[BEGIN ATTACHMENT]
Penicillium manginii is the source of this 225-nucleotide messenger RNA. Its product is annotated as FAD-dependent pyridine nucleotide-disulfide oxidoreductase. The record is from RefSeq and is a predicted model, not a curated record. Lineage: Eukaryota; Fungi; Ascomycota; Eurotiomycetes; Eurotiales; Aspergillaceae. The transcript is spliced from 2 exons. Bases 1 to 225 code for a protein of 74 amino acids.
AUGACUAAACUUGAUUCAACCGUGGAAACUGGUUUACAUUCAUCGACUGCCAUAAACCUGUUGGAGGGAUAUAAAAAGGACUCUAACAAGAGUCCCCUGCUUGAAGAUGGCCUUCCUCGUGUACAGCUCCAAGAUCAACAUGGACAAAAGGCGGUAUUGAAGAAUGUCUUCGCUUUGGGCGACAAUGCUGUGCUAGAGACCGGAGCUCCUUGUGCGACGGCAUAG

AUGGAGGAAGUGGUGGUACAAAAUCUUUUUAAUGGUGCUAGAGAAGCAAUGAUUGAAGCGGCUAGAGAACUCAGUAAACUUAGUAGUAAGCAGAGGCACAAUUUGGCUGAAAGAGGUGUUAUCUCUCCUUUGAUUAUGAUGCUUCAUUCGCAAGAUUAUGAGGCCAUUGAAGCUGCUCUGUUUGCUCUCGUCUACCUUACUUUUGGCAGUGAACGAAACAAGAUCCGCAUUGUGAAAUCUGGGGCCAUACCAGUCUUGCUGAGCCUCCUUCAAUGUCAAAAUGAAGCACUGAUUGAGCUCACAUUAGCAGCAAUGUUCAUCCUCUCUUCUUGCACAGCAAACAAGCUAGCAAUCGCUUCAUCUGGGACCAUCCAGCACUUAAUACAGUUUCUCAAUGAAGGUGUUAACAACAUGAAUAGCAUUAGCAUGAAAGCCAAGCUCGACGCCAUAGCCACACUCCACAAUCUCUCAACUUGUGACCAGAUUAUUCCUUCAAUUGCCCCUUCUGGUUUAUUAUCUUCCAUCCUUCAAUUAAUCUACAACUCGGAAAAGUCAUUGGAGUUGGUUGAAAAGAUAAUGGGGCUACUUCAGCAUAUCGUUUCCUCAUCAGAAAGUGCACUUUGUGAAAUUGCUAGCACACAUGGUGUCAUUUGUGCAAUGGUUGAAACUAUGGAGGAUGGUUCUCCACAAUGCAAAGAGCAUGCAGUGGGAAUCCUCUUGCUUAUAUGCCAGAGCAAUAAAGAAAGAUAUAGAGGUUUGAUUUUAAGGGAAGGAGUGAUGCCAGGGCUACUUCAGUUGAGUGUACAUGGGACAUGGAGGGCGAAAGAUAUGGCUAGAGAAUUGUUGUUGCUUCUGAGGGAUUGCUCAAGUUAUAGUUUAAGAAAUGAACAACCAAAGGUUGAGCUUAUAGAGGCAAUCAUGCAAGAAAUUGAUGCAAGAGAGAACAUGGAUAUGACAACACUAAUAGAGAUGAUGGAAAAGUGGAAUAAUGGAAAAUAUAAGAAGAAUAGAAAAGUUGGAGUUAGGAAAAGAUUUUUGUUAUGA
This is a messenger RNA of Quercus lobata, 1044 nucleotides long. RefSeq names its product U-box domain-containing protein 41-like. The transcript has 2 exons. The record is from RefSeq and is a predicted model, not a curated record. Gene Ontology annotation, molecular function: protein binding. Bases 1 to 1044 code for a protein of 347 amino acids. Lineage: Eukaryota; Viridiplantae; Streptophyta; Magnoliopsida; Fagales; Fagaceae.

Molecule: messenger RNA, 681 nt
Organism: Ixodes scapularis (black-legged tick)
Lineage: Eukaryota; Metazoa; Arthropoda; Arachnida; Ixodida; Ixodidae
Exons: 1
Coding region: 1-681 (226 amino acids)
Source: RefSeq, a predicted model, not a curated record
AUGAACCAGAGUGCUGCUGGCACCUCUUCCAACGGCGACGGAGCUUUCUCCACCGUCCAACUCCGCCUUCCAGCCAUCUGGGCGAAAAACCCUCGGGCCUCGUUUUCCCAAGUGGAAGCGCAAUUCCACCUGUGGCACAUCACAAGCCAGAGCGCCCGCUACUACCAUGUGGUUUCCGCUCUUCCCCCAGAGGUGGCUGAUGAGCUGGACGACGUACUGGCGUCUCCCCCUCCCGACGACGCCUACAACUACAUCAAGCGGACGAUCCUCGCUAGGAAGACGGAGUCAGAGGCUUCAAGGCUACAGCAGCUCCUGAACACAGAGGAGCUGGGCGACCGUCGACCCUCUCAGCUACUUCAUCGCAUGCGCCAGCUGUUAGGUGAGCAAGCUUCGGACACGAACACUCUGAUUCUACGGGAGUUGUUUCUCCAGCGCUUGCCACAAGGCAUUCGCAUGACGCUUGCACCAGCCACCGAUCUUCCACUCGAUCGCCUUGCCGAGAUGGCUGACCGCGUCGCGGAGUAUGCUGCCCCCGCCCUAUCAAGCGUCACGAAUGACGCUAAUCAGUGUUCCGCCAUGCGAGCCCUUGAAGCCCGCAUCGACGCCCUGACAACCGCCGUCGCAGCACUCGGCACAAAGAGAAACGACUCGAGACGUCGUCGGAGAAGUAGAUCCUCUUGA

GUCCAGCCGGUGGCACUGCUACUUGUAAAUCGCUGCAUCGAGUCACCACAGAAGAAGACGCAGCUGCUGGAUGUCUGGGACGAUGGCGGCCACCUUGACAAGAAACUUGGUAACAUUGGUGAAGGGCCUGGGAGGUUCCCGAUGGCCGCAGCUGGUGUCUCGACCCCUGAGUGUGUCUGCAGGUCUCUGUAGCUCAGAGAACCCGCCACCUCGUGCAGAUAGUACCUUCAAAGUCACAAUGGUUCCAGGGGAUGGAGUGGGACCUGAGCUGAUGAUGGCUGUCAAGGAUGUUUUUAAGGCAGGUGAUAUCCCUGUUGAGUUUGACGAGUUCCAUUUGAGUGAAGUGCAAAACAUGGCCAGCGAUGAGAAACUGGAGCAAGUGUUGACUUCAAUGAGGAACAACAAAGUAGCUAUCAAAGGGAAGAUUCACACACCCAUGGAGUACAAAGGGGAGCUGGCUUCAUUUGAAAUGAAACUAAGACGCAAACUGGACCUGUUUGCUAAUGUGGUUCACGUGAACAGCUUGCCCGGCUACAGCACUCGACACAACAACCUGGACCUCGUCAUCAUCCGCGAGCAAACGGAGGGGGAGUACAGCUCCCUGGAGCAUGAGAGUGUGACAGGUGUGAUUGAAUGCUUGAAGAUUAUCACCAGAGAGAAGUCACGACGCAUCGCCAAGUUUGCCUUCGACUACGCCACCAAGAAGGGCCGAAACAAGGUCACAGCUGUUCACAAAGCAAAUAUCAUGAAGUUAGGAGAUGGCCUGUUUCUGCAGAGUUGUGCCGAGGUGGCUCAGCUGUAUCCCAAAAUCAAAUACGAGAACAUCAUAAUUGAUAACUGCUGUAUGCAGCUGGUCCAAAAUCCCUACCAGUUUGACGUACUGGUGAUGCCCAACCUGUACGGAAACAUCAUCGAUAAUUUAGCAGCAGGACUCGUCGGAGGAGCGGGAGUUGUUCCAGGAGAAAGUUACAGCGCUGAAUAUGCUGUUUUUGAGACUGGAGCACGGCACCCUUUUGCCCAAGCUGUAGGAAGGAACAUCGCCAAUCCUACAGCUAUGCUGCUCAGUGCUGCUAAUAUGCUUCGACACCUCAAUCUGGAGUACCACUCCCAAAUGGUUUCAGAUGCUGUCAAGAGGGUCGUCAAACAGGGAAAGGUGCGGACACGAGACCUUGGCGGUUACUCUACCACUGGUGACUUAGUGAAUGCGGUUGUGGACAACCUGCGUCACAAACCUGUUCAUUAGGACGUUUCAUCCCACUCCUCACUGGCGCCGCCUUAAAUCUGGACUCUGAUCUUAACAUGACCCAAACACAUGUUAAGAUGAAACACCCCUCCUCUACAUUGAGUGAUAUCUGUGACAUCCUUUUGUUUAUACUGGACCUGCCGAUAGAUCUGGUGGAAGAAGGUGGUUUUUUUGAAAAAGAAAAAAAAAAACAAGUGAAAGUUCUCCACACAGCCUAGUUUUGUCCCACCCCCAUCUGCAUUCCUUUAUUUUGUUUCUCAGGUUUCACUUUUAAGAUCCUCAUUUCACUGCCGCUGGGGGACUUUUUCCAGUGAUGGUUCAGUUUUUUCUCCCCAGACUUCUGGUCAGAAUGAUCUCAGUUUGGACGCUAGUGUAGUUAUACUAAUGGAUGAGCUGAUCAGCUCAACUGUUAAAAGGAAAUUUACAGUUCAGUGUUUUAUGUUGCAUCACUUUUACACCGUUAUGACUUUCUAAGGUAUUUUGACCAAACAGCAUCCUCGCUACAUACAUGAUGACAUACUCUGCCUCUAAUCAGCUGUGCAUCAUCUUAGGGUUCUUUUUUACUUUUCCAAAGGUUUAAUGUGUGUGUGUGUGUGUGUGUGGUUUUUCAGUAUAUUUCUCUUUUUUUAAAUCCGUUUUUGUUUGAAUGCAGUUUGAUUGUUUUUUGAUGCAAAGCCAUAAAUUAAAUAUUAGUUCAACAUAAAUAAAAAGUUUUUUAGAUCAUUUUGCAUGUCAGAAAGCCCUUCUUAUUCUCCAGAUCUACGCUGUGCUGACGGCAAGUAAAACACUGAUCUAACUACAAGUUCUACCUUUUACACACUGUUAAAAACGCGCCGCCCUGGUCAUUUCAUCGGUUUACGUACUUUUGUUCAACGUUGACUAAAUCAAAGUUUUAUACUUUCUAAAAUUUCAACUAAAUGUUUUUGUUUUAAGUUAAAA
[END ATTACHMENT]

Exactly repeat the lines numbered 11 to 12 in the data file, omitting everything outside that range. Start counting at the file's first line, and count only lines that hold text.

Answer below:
AUGAACCAGAGUGCUGCUGGCACCUCUUCCAACGGCGACGGAGCUUUCUCCACCGUCCAACUCCGCCUUCCAGCCAUCUGGGCGAAAAACCCUCGGGCCUCGUUUUCCCAAGUGGAAGCGCAAUUCCACCUGUGGCACAUCACAAGCCAGAGCGCCCGCUACUACCAUGUGGUUUCCGCUCUUCCCCCAGAGGUGGCUGAUGAGCUGGACGACGUACUGGCGUCUCCCCCUCCCGACGACGCCUACAACUACAUCAAGCGGACGAUCCUCGCUAGGAAGACGGAGUCAGAGGCUUCAAGGCUACAGCAGCUCCUGAACACAGAGGAGCUGGGCGACCGUCGACCCUCUCAGCUACUUCAUCGCAUGCGCCAGCUGUUAGGUGAGCAAGCUUCGGACACGAACACUCUGAUUCUACGGGAGUUGUUUCUCCAGCGCUUGCCACAAGGCAUUCGCAUGACGCUUGCACCAGCCACCGAUCUUCCACUCGAUCGCCUUGCCGAGAUGGCUGACCGCGUCGCGGAGUAUGCUGCCCCCGCCCUAUCAAGCGUCACGAAUGACGCUAAUCAGUGUUCCGCCAUGCGAGCCCUUGAAGCCCGCAUCGACGCCCUGACAACCGCCGUCGCAGCACUCGGCACAAAGAGAAACGACUCGAGACGUCGUCGGAGAAGUAGAUCCUCUUGA

GUCCAGCCGGUGGCACUGCUACUUGUAAAUCGCUGCAUCGAGUCACCACAGAAGAAGACGCAGCUGCUGGAUGUCUGGGACGAUGGCGGCCACCUUGACAAGAAACUUGGUAACAUUGGUGAAGGGCCUGGGAGGUUCCCGAUGGCCGCAGCUGGUGUCUCGACCCCUGAGUGUGUCUGCAGGUCUCUGUAGCUCAGAGAACCCGCCACCUCGUGCAGAUAGUACCUUCAAAGUCACAAUGGUUCCAGGGGAUGGAGUGGGACCUGAGCUGAUGAUGGCUGUCAAGGAUGUUUUUAAGGCAGGUGAUAUCCCUGUUGAGUUUGACGAGUUCCAUUUGAGUGAAGUGCAAAACAUGGCCAGCGAUGAGAAACUGGAGCAAGUGUUGACUUCAAUGAGGAACAACAAAGUAGCUAUCAAAGGGAAGAUUCACACACCCAUGGAGUACAAAGGGGAGCUGGCUUCAUUUGAAAUGAAACUAAGACGCAAACUGGACCUGUUUGCUAAUGUGGUUCACGUGAACAGCUUGCCCGGCUACAGCACUCGACACAACAACCUGGACCUCGUCAUCAUCCGCGAGCAAACGGAGGGGGAGUACAGCUCCCUGGAGCAUGAGAGUGUGACAGGUGUGAUUGAAUGCUUGAAGAUUAUCACCAGAGAGAAGUCACGACGCAUCGCCAAGUUUGCCUUCGACUACGCCACCAAGAAGGGCCGAAACAAGGUCACAGCUGUUCACAAAGCAAAUAUCAUGAAGUUAGGAGAUGGCCUGUUUCUGCAGAGUUGUGCCGAGGUGGCUCAGCUGUAUCCCAAAAUCAAAUACGAGAACAUCAUAAUUGAUAACUGCUGUAUGCAGCUGGUCCAAAAUCCCUACCAGUUUGACGUACUGGUGAUGCCCAACCUGUACGGAAACAUCAUCGAUAAUUUAGCAGCAGGACUCGUCGGAGGAGCGGGAGUUGUUCCAGGAGAAAGUUACAGCGCUGAAUAUGCUGUUUUUGAGACUGGAGCACGGCACCCUUUUGCCCAAGCUGUAGGAAGGAACAUCGCCAAUCCUACAGCUAUGCUGCUCAGUGCUGCUAAUAUGCUUCGACACCUCAAUCUGGAGUACCACUCCCAAAUGGUUUCAGAUGCUGUCAAGAGGGUCGUCAAACAGGGAAAGGUGCGGACACGAGACCUUGGCGGUUACUCUACCACUGGUGACUUAGUGAAUGCGGUUGUGGACAACCUGCGUCACAAACCUGUUCAUUAGGACGUUUCAUCCCACUCCUCACUGGCGCCGCCUUAAAUCUGGACUCUGAUCUUAACAUGACCCAAACACAUGUUAAGAUGAAACACCCCUCCUCUACAUUGAGUGAUAUCUGUGACAUCCUUUUGUUUAUACUGGACCUGCCGAUAGAUCUGGUGGAAGAAGGUGGUUUUUUUGAAAAAGAAAAAAAAAAACAAGUGAAAGUUCUCCACACAGCCUAGUUUUGUCCCACCCCCAUCUGCAUUCCUUUAUUUUGUUUCUCAGGUUUCACUUUUAAGAUCCUCAUUUCACUGCCGCUGGGGGACUUUUUCCAGUGAUGGUUCAGUUUUUUCUCCCCAGACUUCUGGUCAGAAUGAUCUCAGUUUGGACGCUAGUGUAGUUAUACUAAUGGAUGAGCUGAUCAGCUCAACUGUUAAAAGGAAAUUUACAGUUCAGUGUUUUAUGUUGCAUCACUUUUACACCGUUAUGACUUUCUAAGGUAUUUUGACCAAACAGCAUCCUCGCUACAUACAUGAUGACAUACUCUGCCUCUAAUCAGCUGUGCAUCAUCUUAGGGUUCUUUUUUACUUUUCCAAAGGUUUAAUGUGUGUGUGUGUGUGUGUGUGGUUUUUCAGUAUAUUUCUCUUUUUUUAAAUCCGUUUUUGUUUGAAUGCAGUUUGAUUGUUUUUUGAUGCAAAGCCAUAAAUUAAAUAUUAGUUCAACAUAAAUAAAAAGUUUUUUAGAUCAUUUUGCAUGUCAGAAAGCCCUUCUUAUUCUCCAGAUCUACGCUGUGCUGACGGCAAGUAAAACACUGAUCUAACUACAAGUUCUACCUUUUACACACUGUUAAAAACGCGCCGCCCUGGUCAUUUCAUCGGUUUACGUACUUUUGUUCAACGUUGACUAAAUCAAAGUUUUAUACUUUCUAAAAUUUCAACUAAAUGUUUUUGUUUUAAGUUAAAA